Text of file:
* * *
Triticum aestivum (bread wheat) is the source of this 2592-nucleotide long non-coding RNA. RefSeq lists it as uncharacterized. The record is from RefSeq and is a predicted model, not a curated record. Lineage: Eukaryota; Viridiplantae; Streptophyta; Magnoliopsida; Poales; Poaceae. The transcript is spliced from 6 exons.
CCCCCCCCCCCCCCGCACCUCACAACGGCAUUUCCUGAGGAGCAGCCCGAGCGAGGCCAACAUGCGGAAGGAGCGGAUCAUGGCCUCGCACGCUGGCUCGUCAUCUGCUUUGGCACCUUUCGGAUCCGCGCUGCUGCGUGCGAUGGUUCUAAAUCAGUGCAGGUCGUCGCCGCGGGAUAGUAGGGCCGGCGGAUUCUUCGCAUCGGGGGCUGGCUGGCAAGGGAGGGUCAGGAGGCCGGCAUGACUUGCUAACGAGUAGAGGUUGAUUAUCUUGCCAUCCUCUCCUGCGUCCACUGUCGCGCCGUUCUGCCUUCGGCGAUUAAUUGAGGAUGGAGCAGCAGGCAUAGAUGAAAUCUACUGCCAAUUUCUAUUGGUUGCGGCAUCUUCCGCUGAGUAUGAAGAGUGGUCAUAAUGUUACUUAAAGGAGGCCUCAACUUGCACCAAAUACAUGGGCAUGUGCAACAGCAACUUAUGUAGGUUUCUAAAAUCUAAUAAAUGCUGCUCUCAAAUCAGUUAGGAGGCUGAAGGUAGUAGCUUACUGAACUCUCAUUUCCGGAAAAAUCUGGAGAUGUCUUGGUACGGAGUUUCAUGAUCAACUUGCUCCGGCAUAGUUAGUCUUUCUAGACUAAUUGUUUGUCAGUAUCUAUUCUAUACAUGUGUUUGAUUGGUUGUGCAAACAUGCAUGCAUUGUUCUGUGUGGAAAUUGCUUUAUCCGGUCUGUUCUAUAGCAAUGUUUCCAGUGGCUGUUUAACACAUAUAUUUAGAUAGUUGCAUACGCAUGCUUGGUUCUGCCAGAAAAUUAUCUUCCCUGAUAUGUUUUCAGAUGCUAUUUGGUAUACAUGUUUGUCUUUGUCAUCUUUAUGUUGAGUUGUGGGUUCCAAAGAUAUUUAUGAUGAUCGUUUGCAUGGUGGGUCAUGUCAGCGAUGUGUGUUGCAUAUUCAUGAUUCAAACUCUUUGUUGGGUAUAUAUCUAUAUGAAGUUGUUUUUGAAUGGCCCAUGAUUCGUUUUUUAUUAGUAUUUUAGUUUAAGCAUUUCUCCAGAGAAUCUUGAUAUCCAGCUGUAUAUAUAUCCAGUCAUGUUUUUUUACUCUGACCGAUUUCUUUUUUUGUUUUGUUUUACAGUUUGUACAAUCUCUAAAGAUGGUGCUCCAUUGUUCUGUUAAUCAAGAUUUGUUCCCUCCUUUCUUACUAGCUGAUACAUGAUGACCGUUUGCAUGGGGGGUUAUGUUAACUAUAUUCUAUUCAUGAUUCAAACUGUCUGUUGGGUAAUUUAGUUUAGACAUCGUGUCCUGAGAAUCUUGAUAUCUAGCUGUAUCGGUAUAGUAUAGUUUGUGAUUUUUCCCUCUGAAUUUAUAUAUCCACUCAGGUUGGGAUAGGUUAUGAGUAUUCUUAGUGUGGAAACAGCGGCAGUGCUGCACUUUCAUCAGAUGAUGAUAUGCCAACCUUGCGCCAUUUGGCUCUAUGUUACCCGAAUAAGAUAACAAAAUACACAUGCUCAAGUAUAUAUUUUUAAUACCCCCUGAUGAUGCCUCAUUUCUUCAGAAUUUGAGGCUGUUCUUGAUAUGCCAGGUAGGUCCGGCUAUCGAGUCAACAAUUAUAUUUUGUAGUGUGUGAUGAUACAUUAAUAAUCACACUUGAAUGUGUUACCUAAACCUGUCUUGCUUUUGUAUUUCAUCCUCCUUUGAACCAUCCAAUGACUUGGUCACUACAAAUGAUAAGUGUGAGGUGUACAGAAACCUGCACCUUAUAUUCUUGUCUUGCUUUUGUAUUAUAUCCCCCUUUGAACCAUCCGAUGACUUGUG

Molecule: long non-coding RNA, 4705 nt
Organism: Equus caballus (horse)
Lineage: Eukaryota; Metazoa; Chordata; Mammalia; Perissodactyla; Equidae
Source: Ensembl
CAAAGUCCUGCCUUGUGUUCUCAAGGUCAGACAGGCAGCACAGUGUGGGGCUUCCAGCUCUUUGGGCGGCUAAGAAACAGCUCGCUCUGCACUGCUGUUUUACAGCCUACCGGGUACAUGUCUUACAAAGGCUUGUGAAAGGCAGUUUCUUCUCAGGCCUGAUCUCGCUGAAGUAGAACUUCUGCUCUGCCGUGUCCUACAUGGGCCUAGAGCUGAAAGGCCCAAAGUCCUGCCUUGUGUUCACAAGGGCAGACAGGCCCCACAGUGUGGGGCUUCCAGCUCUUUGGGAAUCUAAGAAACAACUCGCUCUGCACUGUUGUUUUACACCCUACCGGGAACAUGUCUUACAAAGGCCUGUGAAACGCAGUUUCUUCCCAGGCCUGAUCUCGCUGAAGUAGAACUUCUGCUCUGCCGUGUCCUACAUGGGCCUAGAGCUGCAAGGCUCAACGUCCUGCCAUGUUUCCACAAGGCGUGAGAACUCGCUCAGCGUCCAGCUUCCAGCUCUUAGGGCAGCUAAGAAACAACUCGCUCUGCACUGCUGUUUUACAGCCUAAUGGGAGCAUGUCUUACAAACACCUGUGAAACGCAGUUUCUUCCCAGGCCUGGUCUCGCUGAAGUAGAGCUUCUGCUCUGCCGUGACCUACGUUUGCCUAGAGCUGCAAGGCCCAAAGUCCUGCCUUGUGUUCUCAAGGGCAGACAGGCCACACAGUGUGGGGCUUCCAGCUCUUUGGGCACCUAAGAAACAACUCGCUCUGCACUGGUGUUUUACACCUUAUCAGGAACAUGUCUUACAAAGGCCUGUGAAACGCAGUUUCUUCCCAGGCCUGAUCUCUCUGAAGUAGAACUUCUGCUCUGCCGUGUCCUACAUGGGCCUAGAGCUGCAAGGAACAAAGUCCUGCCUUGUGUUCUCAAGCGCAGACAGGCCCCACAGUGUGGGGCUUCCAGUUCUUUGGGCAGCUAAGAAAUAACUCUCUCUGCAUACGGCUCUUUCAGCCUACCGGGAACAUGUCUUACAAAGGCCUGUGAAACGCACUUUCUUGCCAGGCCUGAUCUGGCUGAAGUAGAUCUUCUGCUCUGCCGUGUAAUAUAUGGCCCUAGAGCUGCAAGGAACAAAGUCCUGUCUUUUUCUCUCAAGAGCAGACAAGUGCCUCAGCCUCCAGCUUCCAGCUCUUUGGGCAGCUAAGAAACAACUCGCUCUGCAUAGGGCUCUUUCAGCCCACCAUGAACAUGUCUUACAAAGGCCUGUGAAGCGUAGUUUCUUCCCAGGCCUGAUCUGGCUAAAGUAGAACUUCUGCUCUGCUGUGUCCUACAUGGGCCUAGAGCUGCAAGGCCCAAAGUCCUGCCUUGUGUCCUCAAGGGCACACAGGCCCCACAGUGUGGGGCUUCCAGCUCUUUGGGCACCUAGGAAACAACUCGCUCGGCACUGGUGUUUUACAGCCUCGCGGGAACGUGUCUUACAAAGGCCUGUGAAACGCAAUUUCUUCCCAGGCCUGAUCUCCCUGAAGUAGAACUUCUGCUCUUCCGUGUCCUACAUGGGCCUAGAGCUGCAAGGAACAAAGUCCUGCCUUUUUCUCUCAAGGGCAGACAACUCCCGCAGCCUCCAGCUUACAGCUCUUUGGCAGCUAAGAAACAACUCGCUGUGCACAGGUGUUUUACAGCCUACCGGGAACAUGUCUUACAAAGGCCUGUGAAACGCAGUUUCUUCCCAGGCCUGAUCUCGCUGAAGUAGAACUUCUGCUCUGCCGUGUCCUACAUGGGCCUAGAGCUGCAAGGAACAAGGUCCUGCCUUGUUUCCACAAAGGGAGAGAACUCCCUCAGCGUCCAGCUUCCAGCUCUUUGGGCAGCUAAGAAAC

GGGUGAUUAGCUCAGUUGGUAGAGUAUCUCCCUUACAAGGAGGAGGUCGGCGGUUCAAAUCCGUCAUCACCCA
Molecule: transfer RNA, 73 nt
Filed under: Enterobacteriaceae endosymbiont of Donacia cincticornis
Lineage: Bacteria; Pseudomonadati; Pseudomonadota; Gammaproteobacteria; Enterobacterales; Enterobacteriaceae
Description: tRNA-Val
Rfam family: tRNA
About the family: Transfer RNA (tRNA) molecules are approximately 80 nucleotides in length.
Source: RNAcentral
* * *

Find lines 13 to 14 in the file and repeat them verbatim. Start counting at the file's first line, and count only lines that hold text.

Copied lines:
Rfam family: tRNA
About the family: Transfer RNA (tRNA) molecules are approximately 80 nucleotides in length.